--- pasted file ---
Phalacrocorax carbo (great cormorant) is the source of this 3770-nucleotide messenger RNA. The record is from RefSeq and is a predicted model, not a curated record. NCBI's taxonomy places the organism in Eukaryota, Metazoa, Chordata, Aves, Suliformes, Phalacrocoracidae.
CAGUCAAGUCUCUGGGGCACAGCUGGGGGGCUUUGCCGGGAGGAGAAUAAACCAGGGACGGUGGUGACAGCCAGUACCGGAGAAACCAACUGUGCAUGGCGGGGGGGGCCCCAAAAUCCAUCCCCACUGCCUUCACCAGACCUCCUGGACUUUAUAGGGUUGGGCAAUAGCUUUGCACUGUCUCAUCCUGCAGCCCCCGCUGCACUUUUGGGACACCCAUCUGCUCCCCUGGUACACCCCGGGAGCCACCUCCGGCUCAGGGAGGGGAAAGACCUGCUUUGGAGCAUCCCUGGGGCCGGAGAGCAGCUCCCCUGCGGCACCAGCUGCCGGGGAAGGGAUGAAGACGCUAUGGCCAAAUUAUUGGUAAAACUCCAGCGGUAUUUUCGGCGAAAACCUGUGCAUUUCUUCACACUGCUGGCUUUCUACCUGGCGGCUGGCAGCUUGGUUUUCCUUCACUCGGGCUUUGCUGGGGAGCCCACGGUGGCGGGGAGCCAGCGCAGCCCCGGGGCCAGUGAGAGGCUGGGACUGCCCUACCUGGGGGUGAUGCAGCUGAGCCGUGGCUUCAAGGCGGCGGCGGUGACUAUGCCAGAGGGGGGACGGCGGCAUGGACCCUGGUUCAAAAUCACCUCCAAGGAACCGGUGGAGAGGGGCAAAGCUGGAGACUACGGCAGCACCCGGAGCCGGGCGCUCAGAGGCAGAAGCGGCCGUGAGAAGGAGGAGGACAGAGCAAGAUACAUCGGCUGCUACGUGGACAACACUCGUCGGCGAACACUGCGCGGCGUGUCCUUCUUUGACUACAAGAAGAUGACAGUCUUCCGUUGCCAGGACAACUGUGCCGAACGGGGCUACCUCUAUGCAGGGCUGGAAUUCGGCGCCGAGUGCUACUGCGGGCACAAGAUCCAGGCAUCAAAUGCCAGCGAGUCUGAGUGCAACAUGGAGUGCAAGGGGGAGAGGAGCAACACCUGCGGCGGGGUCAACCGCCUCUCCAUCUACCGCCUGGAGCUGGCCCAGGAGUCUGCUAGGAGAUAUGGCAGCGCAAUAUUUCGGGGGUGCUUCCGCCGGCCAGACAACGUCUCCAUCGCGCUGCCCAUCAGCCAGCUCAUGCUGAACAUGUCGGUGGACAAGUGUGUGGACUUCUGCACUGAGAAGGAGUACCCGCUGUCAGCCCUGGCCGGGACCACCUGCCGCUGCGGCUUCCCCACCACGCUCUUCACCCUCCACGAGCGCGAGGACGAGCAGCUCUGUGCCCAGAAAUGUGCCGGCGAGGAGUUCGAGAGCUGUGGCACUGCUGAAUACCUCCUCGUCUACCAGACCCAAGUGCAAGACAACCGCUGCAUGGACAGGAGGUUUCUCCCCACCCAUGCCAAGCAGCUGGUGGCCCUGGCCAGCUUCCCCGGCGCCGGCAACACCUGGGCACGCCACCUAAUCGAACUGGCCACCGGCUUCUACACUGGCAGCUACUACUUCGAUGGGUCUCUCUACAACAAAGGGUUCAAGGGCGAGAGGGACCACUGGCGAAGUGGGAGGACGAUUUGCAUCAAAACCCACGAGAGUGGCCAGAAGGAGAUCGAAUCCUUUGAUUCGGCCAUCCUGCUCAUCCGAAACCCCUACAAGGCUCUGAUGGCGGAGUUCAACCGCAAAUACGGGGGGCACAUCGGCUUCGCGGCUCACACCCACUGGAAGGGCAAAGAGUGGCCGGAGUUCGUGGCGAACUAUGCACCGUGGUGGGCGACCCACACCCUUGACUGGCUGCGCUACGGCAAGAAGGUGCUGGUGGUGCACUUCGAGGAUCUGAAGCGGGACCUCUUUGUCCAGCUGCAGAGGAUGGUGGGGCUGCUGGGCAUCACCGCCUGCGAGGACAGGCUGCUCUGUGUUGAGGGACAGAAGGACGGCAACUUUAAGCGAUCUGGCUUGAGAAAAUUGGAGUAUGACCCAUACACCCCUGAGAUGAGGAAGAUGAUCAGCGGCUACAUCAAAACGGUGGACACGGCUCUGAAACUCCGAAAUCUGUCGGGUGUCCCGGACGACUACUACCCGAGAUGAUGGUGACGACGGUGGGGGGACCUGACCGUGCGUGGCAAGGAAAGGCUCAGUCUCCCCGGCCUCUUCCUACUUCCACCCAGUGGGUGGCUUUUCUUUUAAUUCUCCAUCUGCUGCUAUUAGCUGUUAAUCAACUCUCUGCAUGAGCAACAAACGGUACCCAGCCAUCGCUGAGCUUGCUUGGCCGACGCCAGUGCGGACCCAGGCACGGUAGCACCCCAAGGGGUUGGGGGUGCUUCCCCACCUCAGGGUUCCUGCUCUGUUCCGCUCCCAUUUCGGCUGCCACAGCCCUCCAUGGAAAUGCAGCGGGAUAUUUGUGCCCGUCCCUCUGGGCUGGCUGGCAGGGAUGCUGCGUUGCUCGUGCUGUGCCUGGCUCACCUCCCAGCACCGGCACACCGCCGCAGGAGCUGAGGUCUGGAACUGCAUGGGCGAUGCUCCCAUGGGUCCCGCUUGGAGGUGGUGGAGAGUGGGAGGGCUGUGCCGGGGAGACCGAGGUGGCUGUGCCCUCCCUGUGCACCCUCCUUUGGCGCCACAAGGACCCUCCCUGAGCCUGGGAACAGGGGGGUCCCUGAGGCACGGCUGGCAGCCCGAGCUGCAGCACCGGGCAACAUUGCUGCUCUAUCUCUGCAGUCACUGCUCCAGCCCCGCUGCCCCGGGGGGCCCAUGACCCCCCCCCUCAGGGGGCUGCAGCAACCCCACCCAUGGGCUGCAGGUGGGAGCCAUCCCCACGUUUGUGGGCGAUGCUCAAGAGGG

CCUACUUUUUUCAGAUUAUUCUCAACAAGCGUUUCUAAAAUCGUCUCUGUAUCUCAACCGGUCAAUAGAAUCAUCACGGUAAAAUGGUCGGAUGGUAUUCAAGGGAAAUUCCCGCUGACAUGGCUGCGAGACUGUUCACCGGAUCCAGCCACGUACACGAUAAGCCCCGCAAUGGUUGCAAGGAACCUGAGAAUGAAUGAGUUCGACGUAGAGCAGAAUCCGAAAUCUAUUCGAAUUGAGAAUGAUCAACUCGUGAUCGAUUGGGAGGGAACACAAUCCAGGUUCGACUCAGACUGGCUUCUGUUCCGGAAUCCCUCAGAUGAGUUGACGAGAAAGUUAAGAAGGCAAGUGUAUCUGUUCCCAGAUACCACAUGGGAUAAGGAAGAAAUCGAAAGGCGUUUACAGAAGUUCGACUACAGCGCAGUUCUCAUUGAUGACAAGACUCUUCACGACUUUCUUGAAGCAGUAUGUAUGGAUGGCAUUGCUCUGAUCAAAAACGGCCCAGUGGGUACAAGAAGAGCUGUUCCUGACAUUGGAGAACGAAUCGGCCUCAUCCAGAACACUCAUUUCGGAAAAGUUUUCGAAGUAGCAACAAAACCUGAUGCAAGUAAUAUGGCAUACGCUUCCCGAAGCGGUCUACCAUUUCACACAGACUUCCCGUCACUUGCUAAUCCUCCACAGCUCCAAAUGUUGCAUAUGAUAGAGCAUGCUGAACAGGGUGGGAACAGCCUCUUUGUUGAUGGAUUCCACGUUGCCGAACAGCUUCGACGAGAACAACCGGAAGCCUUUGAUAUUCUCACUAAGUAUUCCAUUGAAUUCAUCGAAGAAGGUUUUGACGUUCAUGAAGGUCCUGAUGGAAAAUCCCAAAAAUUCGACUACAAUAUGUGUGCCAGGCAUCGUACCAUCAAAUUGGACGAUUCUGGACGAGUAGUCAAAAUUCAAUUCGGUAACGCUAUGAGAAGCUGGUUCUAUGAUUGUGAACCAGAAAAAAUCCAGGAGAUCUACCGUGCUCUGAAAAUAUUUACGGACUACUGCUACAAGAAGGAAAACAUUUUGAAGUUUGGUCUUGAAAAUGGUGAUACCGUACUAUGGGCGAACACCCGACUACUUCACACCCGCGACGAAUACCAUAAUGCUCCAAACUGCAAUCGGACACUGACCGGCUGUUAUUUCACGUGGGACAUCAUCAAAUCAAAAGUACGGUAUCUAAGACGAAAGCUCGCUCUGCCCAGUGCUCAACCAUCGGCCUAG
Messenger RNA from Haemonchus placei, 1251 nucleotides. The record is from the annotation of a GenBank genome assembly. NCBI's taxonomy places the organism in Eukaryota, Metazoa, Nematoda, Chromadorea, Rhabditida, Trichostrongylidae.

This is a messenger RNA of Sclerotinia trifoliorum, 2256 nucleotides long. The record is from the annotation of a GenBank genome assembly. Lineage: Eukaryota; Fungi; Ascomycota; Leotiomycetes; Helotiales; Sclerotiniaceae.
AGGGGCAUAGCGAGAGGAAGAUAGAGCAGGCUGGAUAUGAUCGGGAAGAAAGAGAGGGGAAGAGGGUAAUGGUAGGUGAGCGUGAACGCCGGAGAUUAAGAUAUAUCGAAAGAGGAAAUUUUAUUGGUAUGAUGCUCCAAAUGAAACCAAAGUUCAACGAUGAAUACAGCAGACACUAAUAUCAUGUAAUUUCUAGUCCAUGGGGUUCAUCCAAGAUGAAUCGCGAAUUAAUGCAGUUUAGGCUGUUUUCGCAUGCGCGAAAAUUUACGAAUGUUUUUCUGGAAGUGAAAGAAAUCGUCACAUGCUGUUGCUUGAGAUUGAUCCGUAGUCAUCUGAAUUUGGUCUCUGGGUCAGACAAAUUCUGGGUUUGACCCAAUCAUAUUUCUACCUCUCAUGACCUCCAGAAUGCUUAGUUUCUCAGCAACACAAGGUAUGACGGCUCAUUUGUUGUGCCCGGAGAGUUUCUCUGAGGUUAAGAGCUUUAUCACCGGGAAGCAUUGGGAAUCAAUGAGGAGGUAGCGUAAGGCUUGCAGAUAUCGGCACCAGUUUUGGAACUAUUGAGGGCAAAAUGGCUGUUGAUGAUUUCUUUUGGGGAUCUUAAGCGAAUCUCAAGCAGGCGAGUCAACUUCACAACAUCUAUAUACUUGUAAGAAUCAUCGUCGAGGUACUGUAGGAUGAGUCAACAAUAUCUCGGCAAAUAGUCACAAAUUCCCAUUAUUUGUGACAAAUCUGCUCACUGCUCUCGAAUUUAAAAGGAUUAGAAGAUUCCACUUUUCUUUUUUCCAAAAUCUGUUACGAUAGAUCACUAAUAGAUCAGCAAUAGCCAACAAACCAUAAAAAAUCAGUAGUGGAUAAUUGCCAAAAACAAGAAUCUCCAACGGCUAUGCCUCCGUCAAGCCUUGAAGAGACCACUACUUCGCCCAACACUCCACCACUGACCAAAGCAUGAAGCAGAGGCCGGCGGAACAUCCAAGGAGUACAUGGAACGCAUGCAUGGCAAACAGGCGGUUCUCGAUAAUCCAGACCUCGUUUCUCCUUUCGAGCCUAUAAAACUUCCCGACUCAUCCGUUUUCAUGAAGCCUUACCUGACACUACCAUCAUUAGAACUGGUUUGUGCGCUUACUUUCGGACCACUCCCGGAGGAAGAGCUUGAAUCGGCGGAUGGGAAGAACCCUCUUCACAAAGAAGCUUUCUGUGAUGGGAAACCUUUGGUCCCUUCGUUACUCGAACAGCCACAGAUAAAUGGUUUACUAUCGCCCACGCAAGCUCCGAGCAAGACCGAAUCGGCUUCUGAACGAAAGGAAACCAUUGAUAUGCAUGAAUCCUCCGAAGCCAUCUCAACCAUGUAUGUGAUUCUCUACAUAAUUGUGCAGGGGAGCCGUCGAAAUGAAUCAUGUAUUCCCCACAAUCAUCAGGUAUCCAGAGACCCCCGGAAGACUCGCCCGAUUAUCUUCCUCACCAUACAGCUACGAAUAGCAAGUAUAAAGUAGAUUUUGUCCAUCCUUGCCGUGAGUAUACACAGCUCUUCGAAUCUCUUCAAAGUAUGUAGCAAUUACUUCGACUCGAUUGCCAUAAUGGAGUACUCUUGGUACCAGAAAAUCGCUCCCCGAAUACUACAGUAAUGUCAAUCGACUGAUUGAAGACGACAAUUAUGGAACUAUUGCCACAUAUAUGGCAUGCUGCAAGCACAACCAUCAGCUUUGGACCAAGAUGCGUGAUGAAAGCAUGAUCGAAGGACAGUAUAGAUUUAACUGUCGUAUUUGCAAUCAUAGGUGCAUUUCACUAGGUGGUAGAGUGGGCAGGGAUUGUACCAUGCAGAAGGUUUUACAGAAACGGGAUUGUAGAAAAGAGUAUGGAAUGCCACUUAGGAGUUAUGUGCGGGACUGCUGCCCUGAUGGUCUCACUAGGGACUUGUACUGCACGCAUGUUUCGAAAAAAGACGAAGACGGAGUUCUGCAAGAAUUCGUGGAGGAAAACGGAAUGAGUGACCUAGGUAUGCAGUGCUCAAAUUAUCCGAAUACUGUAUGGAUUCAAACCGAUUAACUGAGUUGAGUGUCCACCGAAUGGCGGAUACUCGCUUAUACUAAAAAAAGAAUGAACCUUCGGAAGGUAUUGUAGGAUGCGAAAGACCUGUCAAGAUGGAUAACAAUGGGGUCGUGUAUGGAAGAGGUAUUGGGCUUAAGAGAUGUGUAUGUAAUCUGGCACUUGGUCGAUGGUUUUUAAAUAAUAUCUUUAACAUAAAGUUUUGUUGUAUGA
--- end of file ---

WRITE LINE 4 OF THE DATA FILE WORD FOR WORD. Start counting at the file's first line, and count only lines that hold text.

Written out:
Messenger RNA from Haemonchus placei, 1251 nucleotides. The record is from the annotation of a GenBank genome assembly. NCBI's taxonomy places the organism in Eukaryota, Metazoa, Nematoda, Chromadorea, Rhabditida, Trichostrongylidae.